The AgTech revolution, which includes vertical farming, is predicated on the use of any technology in agriculture, horticulture, or aquaculture that can lead to improvements in yield, efficiency, and profitability for farm managers and growers.

Vertical farming—the practice of growing crops in vertically stacked layers, typically indoors—can drive significantly higher crop yields while requiring less land. However, it also consumes more energy, and, at the moment, production costs are much larger than traditional methods. Therefore, is vertical farming environmentally friendly or not? Is vertical farming an ESG investment?

What is vertical farming?

Vertical farms grow crops in vertically stacked layers (often within a controlled environment) and leverage soilless farming techniques such as hydroponics, aquaponics, and aeroponics. Controlled-environment agriculture (CEA) uses technology to both protect crops from outdoor elements and optimize the use of resources such as water, energy, space, capital, and labor. Such technologies aim to replace soil with alternatives such as water-based mineral nutrient solutions in aqueous solvents, or an air or mist environment.

The concept of vertical farming was born in 1999 amid the burgeoning internet bubble at Columbia University, where Dickson Despommier, a professor of Public and Environmental Health, and his students came up with a design of a skyscraper farm that could feed 50,000 Manhattanites.

Pros and cons

There are many advantages to vertical farming, yet its current challenges still make it an experimental sector.

The crop yield, typically measured in thousands of pounds of product per acre of land, can be as much as 10 times higher than traditional farms. And, by being grown indoors, crops are less affected by weather disruptions, significantly reducing investment risk. Both of these factors vastly increase the productivity of vertical farms. From a broader supply chain perspective, with vertical farms typically located in urban areas, transportation costs are also reduced.

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Other less quantitative advantages include the ability to support a larger variety of crops at once because they do not share the same plots of land. From an environmental perspective, vertical farming is less disruptive to the native ecosystem due to its more limited usage of land, leading to further conservation of the local flora and fauna.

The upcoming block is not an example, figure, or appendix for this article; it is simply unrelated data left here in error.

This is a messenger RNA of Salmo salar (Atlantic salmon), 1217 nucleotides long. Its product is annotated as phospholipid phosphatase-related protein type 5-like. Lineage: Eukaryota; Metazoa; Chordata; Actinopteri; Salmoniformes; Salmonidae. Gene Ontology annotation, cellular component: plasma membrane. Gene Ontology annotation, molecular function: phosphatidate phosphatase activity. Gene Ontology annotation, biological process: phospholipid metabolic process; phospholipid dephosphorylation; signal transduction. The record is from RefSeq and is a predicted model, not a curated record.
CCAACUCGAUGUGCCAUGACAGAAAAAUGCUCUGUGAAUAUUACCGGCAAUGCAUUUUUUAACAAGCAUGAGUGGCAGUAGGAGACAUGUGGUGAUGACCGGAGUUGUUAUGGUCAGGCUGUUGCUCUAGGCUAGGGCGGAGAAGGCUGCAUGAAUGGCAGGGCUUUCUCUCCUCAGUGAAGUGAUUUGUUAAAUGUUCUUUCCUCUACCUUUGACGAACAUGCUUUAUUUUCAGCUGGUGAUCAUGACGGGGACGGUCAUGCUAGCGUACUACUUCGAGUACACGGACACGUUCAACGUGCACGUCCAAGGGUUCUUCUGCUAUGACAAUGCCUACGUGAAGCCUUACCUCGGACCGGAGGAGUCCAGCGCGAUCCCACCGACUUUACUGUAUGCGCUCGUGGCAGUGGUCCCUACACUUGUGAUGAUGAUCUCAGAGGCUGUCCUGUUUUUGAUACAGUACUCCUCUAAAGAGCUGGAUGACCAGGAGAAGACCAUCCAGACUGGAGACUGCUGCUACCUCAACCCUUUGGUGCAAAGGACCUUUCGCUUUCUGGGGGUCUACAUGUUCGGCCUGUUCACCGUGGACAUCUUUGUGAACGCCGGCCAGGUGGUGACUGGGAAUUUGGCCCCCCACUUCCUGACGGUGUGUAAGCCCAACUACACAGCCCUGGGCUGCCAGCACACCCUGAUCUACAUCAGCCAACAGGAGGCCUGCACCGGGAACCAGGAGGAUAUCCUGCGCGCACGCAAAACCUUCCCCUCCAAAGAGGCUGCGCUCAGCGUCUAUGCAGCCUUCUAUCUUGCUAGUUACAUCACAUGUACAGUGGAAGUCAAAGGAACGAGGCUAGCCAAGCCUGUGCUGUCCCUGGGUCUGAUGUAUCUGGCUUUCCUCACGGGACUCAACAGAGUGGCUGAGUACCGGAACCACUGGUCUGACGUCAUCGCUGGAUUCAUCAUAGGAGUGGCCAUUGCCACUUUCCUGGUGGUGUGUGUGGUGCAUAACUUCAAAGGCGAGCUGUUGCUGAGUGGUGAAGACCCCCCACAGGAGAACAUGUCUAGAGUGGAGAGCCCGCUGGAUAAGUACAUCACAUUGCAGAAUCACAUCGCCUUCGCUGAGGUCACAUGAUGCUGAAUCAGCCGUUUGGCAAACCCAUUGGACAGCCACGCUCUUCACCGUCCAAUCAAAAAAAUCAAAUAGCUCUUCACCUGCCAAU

That said, there are also disadvantages to this new type of farming. Start-up costs can be high, particularly if the land is purchased in central business districts. And, as with any new technology, vertical farming is not yet capable of scaling production at the level of traditional rural farms.

Furthermore, the energy consumption of vertical farms is much higher than traditional farming because they depend on LED lighting. As such, unless energy sources are renewable, this new type of agriculture would go against ESG principles.

For a long time, it has been a challenge to balance energy consumption needs with the efficiency of renewable sources like solar panels. However, significant progress has been made. For instance, New York-based Bowery Farming runs all its operations on 100% renewable energy, including hydropower, and Brooklyn-based Upward Farms’ soon-to-be-opened new farm in Northeast Pennsylvania is also expected to run on 100% renewable energy.

Vertical farming is a long game

While this technology still has a long way to go before being commercially competitive with traditional agriculture, several long-term drivers suggest it qualifies as a disruptive technology worth investing in.

The United Nations predicts that from 7.6 billion today, the world population will reach 8.6 billion in 2030, 9.8 billion in 2050, and 11.2 billion in 2100. And although arable land has been growing, particularly in Latin America, the growth has not been anywhere near enough.

Ultimately our planet is a finite resource. According to the Food and Agriculture Organization (FAO), arable land per person declined by 40 percent, from 0.43 ha in 1961/63 to 0.26 ha in 1997/99. Alongside this, there is a better understanding of the negative impact on the planet of increasingly turning more and more natural ecosystems into agricultural land. The FAO estimates that agricultural land area globally is already approximately five billion hectares, or 38 percent of the global land surface.

There is clearly a need to either reduce global human population growth or find a more land-efficient way to produce food. Vertical farming could be part of the solution.